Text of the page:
I’ve never been to the Holy Rock Cafe… so it shouldn’t be on my favorites list… but the fact that it exists makes me smile, so I wanted to share with you!If you’re appeasing a sweet tooth, the Waffle Bar needs to make your list! I make chocolate chip pancakes or waffles almost every Saturday, so to find a restaurant devoted to my favorite breakfast was a treat. I ordered the Egozi waffle, described as chocolate cream, caramel ice cream, butterscotch, hot chocolate, and chopped nuts. All I have to say is swoon. And also, don’t attempt to eat this alone!The first Friday I visited Machne Yehuda market was tantalizing to the senses– the sights, smells, and sounds of Shabbat preparations were exciting and overwhelming at the same time. I left with some halva from Halva Kingdom, a few peaches, some dates, and the feeling that I had missed out on a lot that the market had to offer. Enter my favorite food adventure: the Shuk Bites tour at Machne Yehuda! I hope you’re hungry! On my second trip to the market, I spent 99 NIS (about $27) to do a self-guided food tour through the shuk, and now I feel as though I truly experienced the market to its fullest. I bought my card online and was directed to a shop in the market for pick up. It was easy enough, and I received the tear-off card below with 6 food vouchers. Some gave you an option (like ice cream or coffee) while others were set.
One thing to consider, most of the shop names are in Hebrew. The map is helpful, but it’s a little like doing a scavenger hunt with part of the key missing. I asked for directions to most of the stops from people in the shops once I got close, and almost everyone was happy to help. The Shuk Bites tour was a great deal for the amount of food I received, and was surprised that each stop was packed (and not just with people using the tour card!). I ran into a couple who had come in from Tel Aviv to do the Shuk Bites tour for a birthday and many other locals, so I think the company did a great job vetting the restaurants. I enjoyed all the food, and will definitely be back to some restaurants next time I’m in Jerusalem.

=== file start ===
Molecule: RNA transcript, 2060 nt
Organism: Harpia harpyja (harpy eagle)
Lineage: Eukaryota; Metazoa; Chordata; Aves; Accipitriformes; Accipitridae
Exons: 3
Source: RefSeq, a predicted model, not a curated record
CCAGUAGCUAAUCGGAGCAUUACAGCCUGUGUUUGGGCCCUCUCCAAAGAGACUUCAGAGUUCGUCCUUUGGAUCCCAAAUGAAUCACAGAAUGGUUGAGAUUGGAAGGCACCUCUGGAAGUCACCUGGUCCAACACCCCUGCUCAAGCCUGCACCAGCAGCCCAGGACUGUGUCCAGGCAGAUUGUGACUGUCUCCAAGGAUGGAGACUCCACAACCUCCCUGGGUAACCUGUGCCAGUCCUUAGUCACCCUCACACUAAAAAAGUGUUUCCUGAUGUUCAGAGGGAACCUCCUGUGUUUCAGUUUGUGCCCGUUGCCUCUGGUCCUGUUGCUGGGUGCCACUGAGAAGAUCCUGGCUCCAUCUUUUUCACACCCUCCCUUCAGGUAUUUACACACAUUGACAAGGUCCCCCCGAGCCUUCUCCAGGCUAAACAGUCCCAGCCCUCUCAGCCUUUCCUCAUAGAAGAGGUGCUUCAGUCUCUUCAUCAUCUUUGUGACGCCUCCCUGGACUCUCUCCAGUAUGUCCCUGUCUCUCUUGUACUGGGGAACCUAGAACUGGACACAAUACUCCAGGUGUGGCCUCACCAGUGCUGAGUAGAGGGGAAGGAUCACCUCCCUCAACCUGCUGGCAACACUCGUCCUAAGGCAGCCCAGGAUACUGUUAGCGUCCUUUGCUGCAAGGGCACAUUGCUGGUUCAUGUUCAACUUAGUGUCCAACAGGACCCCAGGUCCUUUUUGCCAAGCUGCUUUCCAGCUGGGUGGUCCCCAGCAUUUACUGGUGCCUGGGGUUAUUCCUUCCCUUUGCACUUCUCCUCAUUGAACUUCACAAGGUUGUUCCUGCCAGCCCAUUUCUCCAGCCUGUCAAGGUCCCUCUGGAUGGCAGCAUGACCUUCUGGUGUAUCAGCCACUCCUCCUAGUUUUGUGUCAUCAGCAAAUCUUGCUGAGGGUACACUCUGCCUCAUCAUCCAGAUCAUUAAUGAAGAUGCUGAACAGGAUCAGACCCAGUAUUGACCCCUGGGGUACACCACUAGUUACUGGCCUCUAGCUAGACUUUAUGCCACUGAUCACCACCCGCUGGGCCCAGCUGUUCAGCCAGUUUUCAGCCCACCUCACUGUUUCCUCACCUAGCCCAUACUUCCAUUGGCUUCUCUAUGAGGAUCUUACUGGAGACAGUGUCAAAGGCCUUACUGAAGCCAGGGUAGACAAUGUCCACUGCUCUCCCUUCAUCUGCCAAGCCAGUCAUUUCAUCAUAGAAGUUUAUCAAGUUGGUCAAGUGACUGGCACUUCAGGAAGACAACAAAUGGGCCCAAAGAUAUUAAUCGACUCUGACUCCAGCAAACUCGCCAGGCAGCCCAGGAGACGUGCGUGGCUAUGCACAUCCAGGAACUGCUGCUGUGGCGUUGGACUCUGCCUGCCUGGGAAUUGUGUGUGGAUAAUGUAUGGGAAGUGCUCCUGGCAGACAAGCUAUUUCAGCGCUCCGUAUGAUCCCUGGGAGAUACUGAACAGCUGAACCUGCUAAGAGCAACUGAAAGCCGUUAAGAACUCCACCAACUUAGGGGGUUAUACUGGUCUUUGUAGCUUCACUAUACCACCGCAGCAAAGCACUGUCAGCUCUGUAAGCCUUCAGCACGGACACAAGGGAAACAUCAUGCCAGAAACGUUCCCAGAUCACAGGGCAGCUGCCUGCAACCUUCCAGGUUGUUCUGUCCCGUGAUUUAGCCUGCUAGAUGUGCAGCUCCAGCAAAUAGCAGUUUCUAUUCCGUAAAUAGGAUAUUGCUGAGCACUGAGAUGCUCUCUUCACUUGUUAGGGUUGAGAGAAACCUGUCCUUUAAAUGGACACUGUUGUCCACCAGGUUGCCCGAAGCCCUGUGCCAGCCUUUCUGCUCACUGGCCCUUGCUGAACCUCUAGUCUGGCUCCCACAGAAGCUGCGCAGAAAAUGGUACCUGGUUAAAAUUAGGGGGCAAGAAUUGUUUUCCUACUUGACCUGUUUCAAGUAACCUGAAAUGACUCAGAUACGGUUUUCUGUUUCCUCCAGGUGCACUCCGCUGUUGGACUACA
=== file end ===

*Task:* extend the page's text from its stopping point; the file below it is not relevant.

The Georgian bread stop was probably my favorite. The savory cheese-stuffed pastry was like a Middle Eastern version of the grilled cheese. And that’s definitely something I can get behind. Next up was the ice cream stop, which as I’m sure you guessed, was my most anticipated stop. I tried the saffron and masala Chai flavors, and if I hadn’t left the country the next day, you can bet I’d be back for more!And of course, after all this great food, a health drink was an obvious last stop. EtroGat looked the most healthy (being green and all), so I decided to give it a try. EtroGat makes some big claims and although I can’t attest to them all being 100% true, I will say that it tasted great and I left the market smiling and in a great mood…. so maybe it worked, after all!
Hebrew: “to life”– a toast to a person’s health or well-being